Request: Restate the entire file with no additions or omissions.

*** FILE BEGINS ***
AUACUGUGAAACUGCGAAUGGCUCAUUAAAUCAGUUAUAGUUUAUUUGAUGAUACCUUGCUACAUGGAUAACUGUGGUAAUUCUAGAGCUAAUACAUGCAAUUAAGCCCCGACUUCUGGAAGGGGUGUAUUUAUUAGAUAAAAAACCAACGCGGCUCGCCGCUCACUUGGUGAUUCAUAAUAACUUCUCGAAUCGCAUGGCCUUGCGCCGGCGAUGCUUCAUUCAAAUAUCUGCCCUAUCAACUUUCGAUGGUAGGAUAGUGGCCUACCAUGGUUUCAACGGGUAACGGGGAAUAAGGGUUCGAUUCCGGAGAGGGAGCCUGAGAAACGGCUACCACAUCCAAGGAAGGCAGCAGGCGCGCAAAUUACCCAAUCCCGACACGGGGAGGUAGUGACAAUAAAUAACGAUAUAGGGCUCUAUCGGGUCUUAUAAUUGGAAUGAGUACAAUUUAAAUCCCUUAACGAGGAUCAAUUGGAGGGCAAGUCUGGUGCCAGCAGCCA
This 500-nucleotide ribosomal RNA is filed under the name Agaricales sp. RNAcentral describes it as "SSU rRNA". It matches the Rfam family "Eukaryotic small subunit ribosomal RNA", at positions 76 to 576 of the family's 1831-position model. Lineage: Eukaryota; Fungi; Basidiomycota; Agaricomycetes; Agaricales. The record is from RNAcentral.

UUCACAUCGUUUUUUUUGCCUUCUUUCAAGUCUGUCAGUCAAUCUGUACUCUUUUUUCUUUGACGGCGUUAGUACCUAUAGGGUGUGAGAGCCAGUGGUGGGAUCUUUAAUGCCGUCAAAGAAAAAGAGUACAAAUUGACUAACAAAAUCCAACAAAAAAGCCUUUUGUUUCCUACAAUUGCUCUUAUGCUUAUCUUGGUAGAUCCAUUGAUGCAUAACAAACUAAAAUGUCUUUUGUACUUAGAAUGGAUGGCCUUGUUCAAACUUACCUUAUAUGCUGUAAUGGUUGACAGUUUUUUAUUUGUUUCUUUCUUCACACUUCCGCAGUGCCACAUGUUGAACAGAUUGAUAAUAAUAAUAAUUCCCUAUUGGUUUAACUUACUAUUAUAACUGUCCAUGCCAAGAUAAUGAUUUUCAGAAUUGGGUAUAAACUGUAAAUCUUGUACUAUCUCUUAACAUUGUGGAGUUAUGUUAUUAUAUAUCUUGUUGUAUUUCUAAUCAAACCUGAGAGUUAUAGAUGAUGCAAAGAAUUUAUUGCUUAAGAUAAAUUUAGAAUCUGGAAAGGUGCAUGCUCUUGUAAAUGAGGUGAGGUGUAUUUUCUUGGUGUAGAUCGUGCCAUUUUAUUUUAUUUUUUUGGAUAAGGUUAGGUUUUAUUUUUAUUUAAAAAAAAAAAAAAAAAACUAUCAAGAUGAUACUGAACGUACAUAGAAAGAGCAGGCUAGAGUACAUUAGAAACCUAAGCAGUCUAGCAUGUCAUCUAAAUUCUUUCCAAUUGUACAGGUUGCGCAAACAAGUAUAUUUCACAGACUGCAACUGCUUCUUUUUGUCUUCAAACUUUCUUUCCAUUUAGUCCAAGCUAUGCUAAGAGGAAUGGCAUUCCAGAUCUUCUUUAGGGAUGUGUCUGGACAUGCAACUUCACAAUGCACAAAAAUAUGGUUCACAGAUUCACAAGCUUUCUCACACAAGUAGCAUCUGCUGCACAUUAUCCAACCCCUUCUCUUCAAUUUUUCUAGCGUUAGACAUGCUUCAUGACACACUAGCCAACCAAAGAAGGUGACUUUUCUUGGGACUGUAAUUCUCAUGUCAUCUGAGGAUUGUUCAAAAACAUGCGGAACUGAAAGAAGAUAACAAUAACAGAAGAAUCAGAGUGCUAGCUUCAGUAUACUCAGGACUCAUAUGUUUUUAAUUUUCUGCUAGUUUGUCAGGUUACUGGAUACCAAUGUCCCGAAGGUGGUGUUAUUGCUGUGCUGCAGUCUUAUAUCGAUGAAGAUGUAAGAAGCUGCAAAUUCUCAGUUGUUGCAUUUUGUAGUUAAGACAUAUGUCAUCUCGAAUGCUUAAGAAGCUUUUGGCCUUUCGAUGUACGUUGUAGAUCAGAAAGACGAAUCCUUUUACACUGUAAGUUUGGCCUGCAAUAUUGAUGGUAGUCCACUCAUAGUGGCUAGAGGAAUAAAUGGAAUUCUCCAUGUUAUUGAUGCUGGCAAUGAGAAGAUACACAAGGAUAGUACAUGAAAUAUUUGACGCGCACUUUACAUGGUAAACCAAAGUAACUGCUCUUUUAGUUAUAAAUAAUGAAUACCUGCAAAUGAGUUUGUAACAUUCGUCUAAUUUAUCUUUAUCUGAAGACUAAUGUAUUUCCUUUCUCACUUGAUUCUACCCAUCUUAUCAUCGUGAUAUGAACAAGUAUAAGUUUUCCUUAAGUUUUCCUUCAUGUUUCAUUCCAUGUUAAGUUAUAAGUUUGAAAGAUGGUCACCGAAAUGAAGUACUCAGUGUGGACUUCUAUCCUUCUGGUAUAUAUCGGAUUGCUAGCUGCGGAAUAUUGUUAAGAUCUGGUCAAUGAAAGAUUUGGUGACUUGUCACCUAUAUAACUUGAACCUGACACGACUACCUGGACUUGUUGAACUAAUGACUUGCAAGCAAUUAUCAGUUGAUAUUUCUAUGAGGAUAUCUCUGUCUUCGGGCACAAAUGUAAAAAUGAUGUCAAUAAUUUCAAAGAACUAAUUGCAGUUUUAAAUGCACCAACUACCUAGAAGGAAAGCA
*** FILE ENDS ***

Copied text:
AUACUGUGAAACUGCGAAUGGCUCAUUAAAUCAGUUAUAGUUUAUUUGAUGAUACCUUGCUACAUGGAUAACUGUGGUAAUUCUAGAGCUAAUACAUGCAAUUAAGCCCCGACUUCUGGAAGGGGUGUAUUUAUUAGAUAAAAAACCAACGCGGCUCGCCGCUCACUUGGUGAUUCAUAAUAACUUCUCGAAUCGCAUGGCCUUGCGCCGGCGAUGCUUCAUUCAAAUAUCUGCCCUAUCAACUUUCGAUGGUAGGAUAGUGGCCUACCAUGGUUUCAACGGGUAACGGGGAAUAAGGGUUCGAUUCCGGAGAGGGAGCCUGAGAAACGGCUACCACAUCCAAGGAAGGCAGCAGGCGCGCAAAUUACCCAAUCCCGACACGGGGAGGUAGUGACAAUAAAUAACGAUAUAGGGCUCUAUCGGGUCUUAUAAUUGGAAUGAGUACAAUUUAAAUCCCUUAACGAGGAUCAAUUGGAGGGCAAGUCUGGUGCCAGCAGCCA
This 500-nucleotide ribosomal RNA is filed under the name Agaricales sp. RNAcentral describes it as "SSU rRNA". It matches the Rfam family "Eukaryotic small subunit ribosomal RNA", at positions 76 to 576 of the family's 1831-position model. Lineage: Eukaryota; Fungi; Basidiomycota; Agaricomycetes; Agaricales. The record is from RNAcentral.

UUCACAUCGUUUUUUUUGCCUUCUUUCAAGUCUGUCAGUCAAUCUGUACUCUUUUUUCUUUGACGGCGUUAGUACCUAUAGGGUGUGAGAGCCAGUGGUGGGAUCUUUAAUGCCGUCAAAGAAAAAGAGUACAAAUUGACUAACAAAAUCCAACAAAAAAGCCUUUUGUUUCCUACAAUUGCUCUUAUGCUUAUCUUGGUAGAUCCAUUGAUGCAUAACAAACUAAAAUGUCUUUUGUACUUAGAAUGGAUGGCCUUGUUCAAACUUACCUUAUAUGCUGUAAUGGUUGACAGUUUUUUAUUUGUUUCUUUCUUCACACUUCCGCAGUGCCACAUGUUGAACAGAUUGAUAAUAAUAAUAAUUCCCUAUUGGUUUAACUUACUAUUAUAACUGUCCAUGCCAAGAUAAUGAUUUUCAGAAUUGGGUAUAAACUGUAAAUCUUGUACUAUCUCUUAACAUUGUGGAGUUAUGUUAUUAUAUAUCUUGUUGUAUUUCUAAUCAAACCUGAGAGUUAUAGAUGAUGCAAAGAAUUUAUUGCUUAAGAUAAAUUUAGAAUCUGGAAAGGUGCAUGCUCUUGUAAAUGAGGUGAGGUGUAUUUUCUUGGUGUAGAUCGUGCCAUUUUAUUUUAUUUUUUUGGAUAAGGUUAGGUUUUAUUUUUAUUUAAAAAAAAAAAAAAAAAACUAUCAAGAUGAUACUGAACGUACAUAGAAAGAGCAGGCUAGAGUACAUUAGAAACCUAAGCAGUCUAGCAUGUCAUCUAAAUUCUUUCCAAUUGUACAGGUUGCGCAAACAAGUAUAUUUCACAGACUGCAACUGCUUCUUUUUGUCUUCAAACUUUCUUUCCAUUUAGUCCAAGCUAUGCUAAGAGGAAUGGCAUUCCAGAUCUUCUUUAGGGAUGUGUCUGGACAUGCAACUUCACAAUGCACAAAAAUAUGGUUCACAGAUUCACAAGCUUUCUCACACAAGUAGCAUCUGCUGCACAUUAUCCAACCCCUUCUCUUCAAUUUUUCUAGCGUUAGACAUGCUUCAUGACACACUAGCCAACCAAAGAAGGUGACUUUUCUUGGGACUGUAAUUCUCAUGUCAUCUGAGGAUUGUUCAAAAACAUGCGGAACUGAAAGAAGAUAACAAUAACAGAAGAAUCAGAGUGCUAGCUUCAGUAUACUCAGGACUCAUAUGUUUUUAAUUUUCUGCUAGUUUGUCAGGUUACUGGAUACCAAUGUCCCGAAGGUGGUGUUAUUGCUGUGCUGCAGUCUUAUAUCGAUGAAGAUGUAAGAAGCUGCAAAUUCUCAGUUGUUGCAUUUUGUAGUUAAGACAUAUGUCAUCUCGAAUGCUUAAGAAGCUUUUGGCCUUUCGAUGUACGUUGUAGAUCAGAAAGACGAAUCCUUUUACACUGUAAGUUUGGCCUGCAAUAUUGAUGGUAGUCCACUCAUAGUGGCUAGAGGAAUAAAUGGAAUUCUCCAUGUUAUUGAUGCUGGCAAUGAGAAGAUACACAAGGAUAGUACAUGAAAUAUUUGACGCGCACUUUACAUGGUAAACCAAAGUAACUGCUCUUUUAGUUAUAAAUAAUGAAUACCUGCAAAUGAGUUUGUAACAUUCGUCUAAUUUAUCUUUAUCUGAAGACUAAUGUAUUUCCUUUCUCACUUGAUUCUACCCAUCUUAUCAUCGUGAUAUGAACAAGUAUAAGUUUUCCUUAAGUUUUCCUUCAUGUUUCAUUCCAUGUUAAGUUAUAAGUUUGAAAGAUGGUCACCGAAAUGAAGUACUCAGUGUGGACUUCUAUCCUUCUGGUAUAUAUCGGAUUGCUAGCUGCGGAAUAUUGUUAAGAUCUGGUCAAUGAAAGAUUUGGUGACUUGUCACCUAUAUAACUUGAACCUGACACGACUACCUGGACUUGUUGAACUAAUGACUUGCAAGCAAUUAUCAGUUGAUAUUUCUAUGAGGAUAUCUCUGUCUUCGGGCACAAAUGUAAAAAUGAUGUCAAUAAUUUCAAAGAACUAAUUGCAGUUUUAAAUGCACCAACUACCUAGAAGGAAAGCA